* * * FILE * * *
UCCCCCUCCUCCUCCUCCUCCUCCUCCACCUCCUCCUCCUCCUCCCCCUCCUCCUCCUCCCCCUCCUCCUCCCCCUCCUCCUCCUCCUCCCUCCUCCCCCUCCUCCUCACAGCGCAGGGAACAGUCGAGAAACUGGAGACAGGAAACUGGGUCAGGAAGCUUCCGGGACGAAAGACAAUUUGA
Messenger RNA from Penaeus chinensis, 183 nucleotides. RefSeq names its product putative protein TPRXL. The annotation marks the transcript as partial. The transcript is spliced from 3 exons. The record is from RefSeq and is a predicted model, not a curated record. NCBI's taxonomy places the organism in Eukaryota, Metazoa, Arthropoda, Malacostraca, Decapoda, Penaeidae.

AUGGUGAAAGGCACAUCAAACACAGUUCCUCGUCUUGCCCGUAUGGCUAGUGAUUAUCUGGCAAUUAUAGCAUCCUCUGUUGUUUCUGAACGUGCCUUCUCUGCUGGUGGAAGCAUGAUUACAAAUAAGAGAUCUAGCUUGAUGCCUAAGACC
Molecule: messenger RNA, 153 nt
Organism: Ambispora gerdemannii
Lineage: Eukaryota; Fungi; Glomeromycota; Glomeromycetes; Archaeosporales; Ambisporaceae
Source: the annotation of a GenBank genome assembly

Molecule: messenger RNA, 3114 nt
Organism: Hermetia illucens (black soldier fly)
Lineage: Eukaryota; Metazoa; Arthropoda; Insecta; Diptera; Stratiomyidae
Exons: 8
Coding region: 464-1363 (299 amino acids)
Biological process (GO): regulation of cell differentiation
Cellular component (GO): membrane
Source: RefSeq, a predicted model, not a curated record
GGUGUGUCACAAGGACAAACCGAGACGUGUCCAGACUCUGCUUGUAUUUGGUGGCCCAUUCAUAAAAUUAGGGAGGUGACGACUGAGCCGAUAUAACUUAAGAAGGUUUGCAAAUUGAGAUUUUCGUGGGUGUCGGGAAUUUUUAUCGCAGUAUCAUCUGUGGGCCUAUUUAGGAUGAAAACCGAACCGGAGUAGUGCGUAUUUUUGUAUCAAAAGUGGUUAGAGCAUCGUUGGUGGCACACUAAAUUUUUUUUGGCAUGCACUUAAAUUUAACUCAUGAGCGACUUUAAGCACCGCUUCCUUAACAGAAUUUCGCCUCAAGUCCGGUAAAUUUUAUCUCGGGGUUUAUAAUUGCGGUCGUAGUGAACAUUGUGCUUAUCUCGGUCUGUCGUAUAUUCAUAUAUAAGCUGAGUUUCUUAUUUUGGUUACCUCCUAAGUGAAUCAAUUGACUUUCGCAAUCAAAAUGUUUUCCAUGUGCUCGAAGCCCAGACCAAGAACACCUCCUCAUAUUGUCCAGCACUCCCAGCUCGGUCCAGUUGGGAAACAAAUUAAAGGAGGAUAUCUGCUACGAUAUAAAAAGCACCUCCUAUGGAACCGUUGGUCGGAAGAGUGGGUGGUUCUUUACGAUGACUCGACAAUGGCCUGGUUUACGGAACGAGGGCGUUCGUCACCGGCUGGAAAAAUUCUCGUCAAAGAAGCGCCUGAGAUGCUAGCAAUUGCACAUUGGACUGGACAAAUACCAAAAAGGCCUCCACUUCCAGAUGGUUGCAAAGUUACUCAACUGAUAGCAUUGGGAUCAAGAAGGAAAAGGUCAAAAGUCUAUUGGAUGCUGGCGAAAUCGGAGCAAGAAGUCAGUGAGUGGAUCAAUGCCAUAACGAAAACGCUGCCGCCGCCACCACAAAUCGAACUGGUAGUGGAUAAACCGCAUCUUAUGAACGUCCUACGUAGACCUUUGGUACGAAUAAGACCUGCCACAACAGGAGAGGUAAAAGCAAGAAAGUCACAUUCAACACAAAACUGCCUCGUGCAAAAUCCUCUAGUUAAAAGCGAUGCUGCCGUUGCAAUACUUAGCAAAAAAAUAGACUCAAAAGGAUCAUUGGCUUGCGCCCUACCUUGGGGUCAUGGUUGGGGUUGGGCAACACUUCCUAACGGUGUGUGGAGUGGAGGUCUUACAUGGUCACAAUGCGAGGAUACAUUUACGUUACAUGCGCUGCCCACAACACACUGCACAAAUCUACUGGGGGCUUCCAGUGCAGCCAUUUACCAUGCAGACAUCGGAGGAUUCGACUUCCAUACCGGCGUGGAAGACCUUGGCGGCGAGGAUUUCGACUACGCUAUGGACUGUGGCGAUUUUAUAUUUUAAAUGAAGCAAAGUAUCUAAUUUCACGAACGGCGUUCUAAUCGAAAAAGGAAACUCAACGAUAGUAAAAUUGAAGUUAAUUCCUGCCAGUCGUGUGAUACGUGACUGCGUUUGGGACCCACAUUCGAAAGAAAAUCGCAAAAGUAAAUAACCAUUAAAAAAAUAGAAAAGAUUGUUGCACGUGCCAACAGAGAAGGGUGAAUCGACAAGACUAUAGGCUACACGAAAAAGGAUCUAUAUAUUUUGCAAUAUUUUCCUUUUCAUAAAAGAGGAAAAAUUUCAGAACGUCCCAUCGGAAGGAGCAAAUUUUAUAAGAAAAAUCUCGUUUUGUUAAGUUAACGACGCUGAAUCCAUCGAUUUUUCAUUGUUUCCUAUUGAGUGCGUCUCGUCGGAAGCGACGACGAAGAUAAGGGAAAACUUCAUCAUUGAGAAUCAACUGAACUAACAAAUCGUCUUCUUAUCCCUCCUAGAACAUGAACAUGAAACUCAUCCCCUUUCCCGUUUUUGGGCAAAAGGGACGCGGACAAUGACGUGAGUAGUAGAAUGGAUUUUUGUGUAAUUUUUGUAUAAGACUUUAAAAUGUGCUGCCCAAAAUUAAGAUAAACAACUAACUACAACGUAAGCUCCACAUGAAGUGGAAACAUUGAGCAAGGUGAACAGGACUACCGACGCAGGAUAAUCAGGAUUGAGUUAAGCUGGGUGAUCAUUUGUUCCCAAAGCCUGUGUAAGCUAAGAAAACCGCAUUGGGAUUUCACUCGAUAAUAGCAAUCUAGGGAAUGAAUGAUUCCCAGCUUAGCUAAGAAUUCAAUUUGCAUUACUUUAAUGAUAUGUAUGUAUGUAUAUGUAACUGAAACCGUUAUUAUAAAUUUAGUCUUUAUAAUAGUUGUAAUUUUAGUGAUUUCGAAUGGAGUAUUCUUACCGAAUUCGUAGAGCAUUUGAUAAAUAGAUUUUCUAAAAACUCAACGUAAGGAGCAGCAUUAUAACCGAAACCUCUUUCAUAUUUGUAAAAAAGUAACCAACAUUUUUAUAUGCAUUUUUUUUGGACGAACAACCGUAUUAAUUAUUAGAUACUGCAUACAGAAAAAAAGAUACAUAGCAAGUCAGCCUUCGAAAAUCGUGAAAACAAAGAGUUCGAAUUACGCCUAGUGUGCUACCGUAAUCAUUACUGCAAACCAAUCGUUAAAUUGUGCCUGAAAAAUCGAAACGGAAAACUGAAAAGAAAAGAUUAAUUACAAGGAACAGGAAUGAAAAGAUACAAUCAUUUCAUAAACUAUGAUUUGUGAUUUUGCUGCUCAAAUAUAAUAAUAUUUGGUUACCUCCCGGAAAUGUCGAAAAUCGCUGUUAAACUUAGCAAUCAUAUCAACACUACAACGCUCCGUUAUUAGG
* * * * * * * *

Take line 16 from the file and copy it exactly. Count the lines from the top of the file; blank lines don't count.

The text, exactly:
GGUGUGUCACAAGGACAAACCGAGACGUGUCCAGACUCUGCUUGUAUUUGGUGGCCCAUUCAUAAAAUUAGGGAGGUGACGACUGAGCCGAUAUAACUUAAGAAGGUUUGCAAAUUGAGAUUUUCGUGGGUGUCGGGAAUUUUUAUCGCAGUAUCAUCUGUGGGCCUAUUUAGGAUGAAAACCGAACCGGAGUAGUGCGUAUUUUUGUAUCAAAAGUGGUUAGAGCAUCGUUGGUGGCACACUAAAUUUUUUUUGGCAUGCACUUAAAUUUAACUCAUGAGCGACUUUAAGCACCGCUUCCUUAACAGAAUUUCGCCUCAAGUCCGGUAAAUUUUAUCUCGGGGUUUAUAAUUGCGGUCGUAGUGAACAUUGUGCUUAUCUCGGUCUGUCGUAUAUUCAUAUAUAAGCUGAGUUUCUUAUUUUGGUUACCUCCUAAGUGAAUCAAUUGACUUUCGCAAUCAAAAUGUUUUCCAUGUGCUCGAAGCCCAGACCAAGAACACCUCCUCAUAUUGUCCAGCACUCCCAGCUCGGUCCAGUUGGGAAACAAAUUAAAGGAGGAUAUCUGCUACGAUAUAAAAAGCACCUCCUAUGGAACCGUUGGUCGGAAGAGUGGGUGGUUCUUUACGAUGACUCGACAAUGGCCUGGUUUACGGAACGAGGGCGUUCGUCACCGGCUGGAAAAAUUCUCGUCAAAGAAGCGCCUGAGAUGCUAGCAAUUGCACAUUGGACUGGACAAAUACCAAAAAGGCCUCCACUUCCAGAUGGUUGCAAAGUUACUCAACUGAUAGCAUUGGGAUCAAGAAGGAAAAGGUCAAAAGUCUAUUGGAUGCUGGCGAAAUCGGAGCAAGAAGUCAGUGAGUGGAUCAAUGCCAUAACGAAAACGCUGCCGCCGCCACCACAAAUCGAACUGGUAGUGGAUAAACCGCAUCUUAUGAACGUCCUACGUAGACCUUUGGUACGAAUAAGACCUGCCACAACAGGAGAGGUAAAAGCAAGAAAGUCACAUUCAACACAAAACUGCCUCGUGCAAAAUCCUCUAGUUAAAAGCGAUGCUGCCGUUGCAAUACUUAGCAAAAAAAUAGACUCAAAAGGAUCAUUGGCUUGCGCCCUACCUUGGGGUCAUGGUUGGGGUUGGGCAACACUUCCUAACGGUGUGUGGAGUGGAGGUCUUACAUGGUCACAAUGCGAGGAUACAUUUACGUUACAUGCGCUGCCCACAACACACUGCACAAAUCUACUGGGGGCUUCCAGUGCAGCCAUUUACCAUGCAGACAUCGGAGGAUUCGACUUCCAUACCGGCGUGGAAGACCUUGGCGGCGAGGAUUUCGACUACGCUAUGGACUGUGGCGAUUUUAUAUUUUAAAUGAAGCAAAGUAUCUAAUUUCACGAACGGCGUUCUAAUCGAAAAAGGAAACUCAACGAUAGUAAAAUUGAAGUUAAUUCCUGCCAGUCGUGUGAUACGUGACUGCGUUUGGGACCCACAUUCGAAAGAAAAUCGCAAAAGUAAAUAACCAUUAAAAAAAUAGAAAAGAUUGUUGCACGUGCCAACAGAGAAGGGUGAAUCGACAAGACUAUAGGCUACACGAAAAAGGAUCUAUAUAUUUUGCAAUAUUUUCCUUUUCAUAAAAGAGGAAAAAUUUCAGAACGUCCCAUCGGAAGGAGCAAAUUUUAUAAGAAAAAUCUCGUUUUGUUAAGUUAACGACGCUGAAUCCAUCGAUUUUUCAUUGUUUCCUAUUGAGUGCGUCUCGUCGGAAGCGACGACGAAGAUAAGGGAAAACUUCAUCAUUGAGAAUCAACUGAACUAACAAAUCGUCUUCUUAUCCCUCCUAGAACAUGAACAUGAAACUCAUCCCCUUUCCCGUUUUUGGGCAAAAGGGACGCGGACAAUGACGUGAGUAGUAGAAUGGAUUUUUGUGUAAUUUUUGUAUAAGACUUUAAAAUGUGCUGCCCAAAAUUAAGAUAAACAACUAACUACAACGUAAGCUCCACAUGAAGUGGAAACAUUGAGCAAGGUGAACAGGACUACCGACGCAGGAUAAUCAGGAUUGAGUUAAGCUGGGUGAUCAUUUGUUCCCAAAGCCUGUGUAAGCUAAGAAAACCGCAUUGGGAUUUCACUCGAUAAUAGCAAUCUAGGGAAUGAAUGAUUCCCAGCUUAGCUAAGAAUUCAAUUUGCAUUACUUUAAUGAUAUGUAUGUAUGUAUAUGUAACUGAAACCGUUAUUAUAAAUUUAGUCUUUAUAAUAGUUGUAAUUUUAGUGAUUUCGAAUGGAGUAUUCUUACCGAAUUCGUAGAGCAUUUGAUAAAUAGAUUUUCUAAAAACUCAACGUAAGGAGCAGCAUUAUAACCGAAACCUCUUUCAUAUUUGUAAAAAAGUAACCAACAUUUUUAUAUGCAUUUUUUUUGGACGAACAACCGUAUUAAUUAUUAGAUACUGCAUACAGAAAAAAAGAUACAUAGCAAGUCAGCCUUCGAAAAUCGUGAAAACAAAGAGUUCGAAUUACGCCUAGUGUGCUACCGUAAUCAUUACUGCAAACCAAUCGUUAAAUUGUGCCUGAAAAAUCGAAACGGAAAACUGAAAAGAAAAGAUUAAUUACAAGGAACAGGAAUGAAAAGAUACAAUCAUUUCAUAAACUAUGAUUUGUGAUUUUGCUGCUCAAAUAUAAUAAUAUUUGGUUACCUCCCGGAAAUGUCGAAAAUCGCUGUUAAACUUAGCAAUCAUAUCAACACUACAACGCUCCGUUAUUAGG